The Education, Democracy and Human Rights Deep Dive examined the role of education in promoting democracy in the United States and advancing global human rights. Professor Fernando Reimers of the Harvard Graduate School of Education chaired the Deep Dive, convening faculty and nonprofit leaders from across Harvard and around the country.
The Deep Dive presented ALI Fellows with a broad menu of topics and viewpoints, ranging from historical accounts of democracy and religious diversity in the US to the latest research on social-emotional learning and early childhood development.
ALI Faculty Co-Chairs Howard Koh and Meredith Rosenthal led the 2018 Health and the Role of Business Deep Dive.
The Deep Dive showed ALI Fellows the important role that businesses can play in addressing public health issues. The two-day conference also gave Fellows an opportunity to think about creating systems-level change. Over the course of the Deep Dive, Fellows heard from faculty across Harvard, business leaders from around the world, and experts in public health.
The 2018 Climate Change Deep Dive presented ALI Fellows with a multi-faceted view of the causes, consequences, and potential solutions for climate change. The Deep Dive was led by ALI Co-Chair Forest Reinhardt of Harvard Business School (HBS). The Deep Dive also featured speakers from Harvard’s John A. Paulson School of Engineering and Applied Sciences (SEAS), the Harvard Kennedy School (HKS), the Harvard Law School (HLS), Harvard’s Faculty of Arts and Sciences (FAS), the Harvard Divinity School (HDS), and the United States Military.
As a result of the Deep Dive, Fellows gained a better understanding of the complicated problems underlying climate change, and the need for a cross-sector approach to develop pragmatic solutions.
Two experienced healthcare leaders that participated in the Advanced Leadership Initiative at Harvard University worked together to improve the nation's healthcare system through the early stage company Empathetics (an organization that teaches empathy to healthcare professionals and staff to improve the patient experience). With their guidance the company seems to make progress on staffing and funding, but despite Mandato's and McNerney's experience and optimism, the Empathetics team faced a great deal of uncertainty. Do they have the right team in place? Will they successfully raise their next round of funding? Can they penetrate the complex and crowded market and build a thriving business? Can the Empathetic products be perceived and recognized as a pain killer as opposed to a nice to have? How should they align themselves with hospitals and insurance companies? Can Empathetics fundamentally change the healthcare industry and normalize empathy training as an essential part of clinical and administrative training?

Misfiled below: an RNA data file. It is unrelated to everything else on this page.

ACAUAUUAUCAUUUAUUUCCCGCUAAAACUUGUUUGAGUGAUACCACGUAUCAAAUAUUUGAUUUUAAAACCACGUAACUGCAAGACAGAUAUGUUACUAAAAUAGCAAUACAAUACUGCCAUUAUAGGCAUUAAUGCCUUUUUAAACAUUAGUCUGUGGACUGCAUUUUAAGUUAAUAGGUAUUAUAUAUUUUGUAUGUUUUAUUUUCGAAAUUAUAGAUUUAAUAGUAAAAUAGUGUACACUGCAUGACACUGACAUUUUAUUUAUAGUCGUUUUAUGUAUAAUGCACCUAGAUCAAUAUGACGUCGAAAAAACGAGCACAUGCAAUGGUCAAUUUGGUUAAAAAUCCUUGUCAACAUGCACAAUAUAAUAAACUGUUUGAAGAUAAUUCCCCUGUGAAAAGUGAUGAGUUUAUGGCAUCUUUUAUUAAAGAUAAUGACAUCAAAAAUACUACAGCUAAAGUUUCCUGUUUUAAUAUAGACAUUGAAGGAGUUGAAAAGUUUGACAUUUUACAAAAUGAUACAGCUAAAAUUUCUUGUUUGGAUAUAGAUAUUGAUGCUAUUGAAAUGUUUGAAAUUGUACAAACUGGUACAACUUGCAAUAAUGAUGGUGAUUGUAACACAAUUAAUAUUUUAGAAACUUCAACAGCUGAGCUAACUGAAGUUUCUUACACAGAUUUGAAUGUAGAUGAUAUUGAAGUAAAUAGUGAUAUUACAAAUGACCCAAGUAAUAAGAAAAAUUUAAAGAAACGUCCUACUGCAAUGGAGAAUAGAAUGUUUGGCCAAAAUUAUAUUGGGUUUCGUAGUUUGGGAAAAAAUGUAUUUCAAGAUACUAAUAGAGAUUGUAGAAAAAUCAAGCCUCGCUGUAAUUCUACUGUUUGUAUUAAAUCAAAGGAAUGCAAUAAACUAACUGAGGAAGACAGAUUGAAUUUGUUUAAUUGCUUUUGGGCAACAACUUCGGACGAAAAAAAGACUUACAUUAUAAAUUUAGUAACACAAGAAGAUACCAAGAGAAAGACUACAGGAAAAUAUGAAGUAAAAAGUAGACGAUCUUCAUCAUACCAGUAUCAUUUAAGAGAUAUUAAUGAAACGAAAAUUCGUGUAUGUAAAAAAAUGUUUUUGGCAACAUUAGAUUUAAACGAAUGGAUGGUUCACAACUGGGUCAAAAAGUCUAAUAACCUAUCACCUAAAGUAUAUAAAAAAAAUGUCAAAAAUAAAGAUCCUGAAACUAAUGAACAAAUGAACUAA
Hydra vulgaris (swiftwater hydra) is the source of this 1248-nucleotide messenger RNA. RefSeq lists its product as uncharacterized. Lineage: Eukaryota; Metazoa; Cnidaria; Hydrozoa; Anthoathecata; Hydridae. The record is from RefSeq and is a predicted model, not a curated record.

The 2017 Education Deep Dive was chaired by Professors Monica Higgins and Fernando Reimers of the Harvard Graduate School of Education (HGSE). The event featured faculty speakers from HGSE and educational leaders from around the world.
During the Deep Dive, ALI Fellows heard from leaders in schools, nonprofits, governments, philanthropies, industry, and academia about efforts to empower youth. Through panel discussions, presentations, and informal conversations, fellows learned about challenges and solutions in this empowerment work.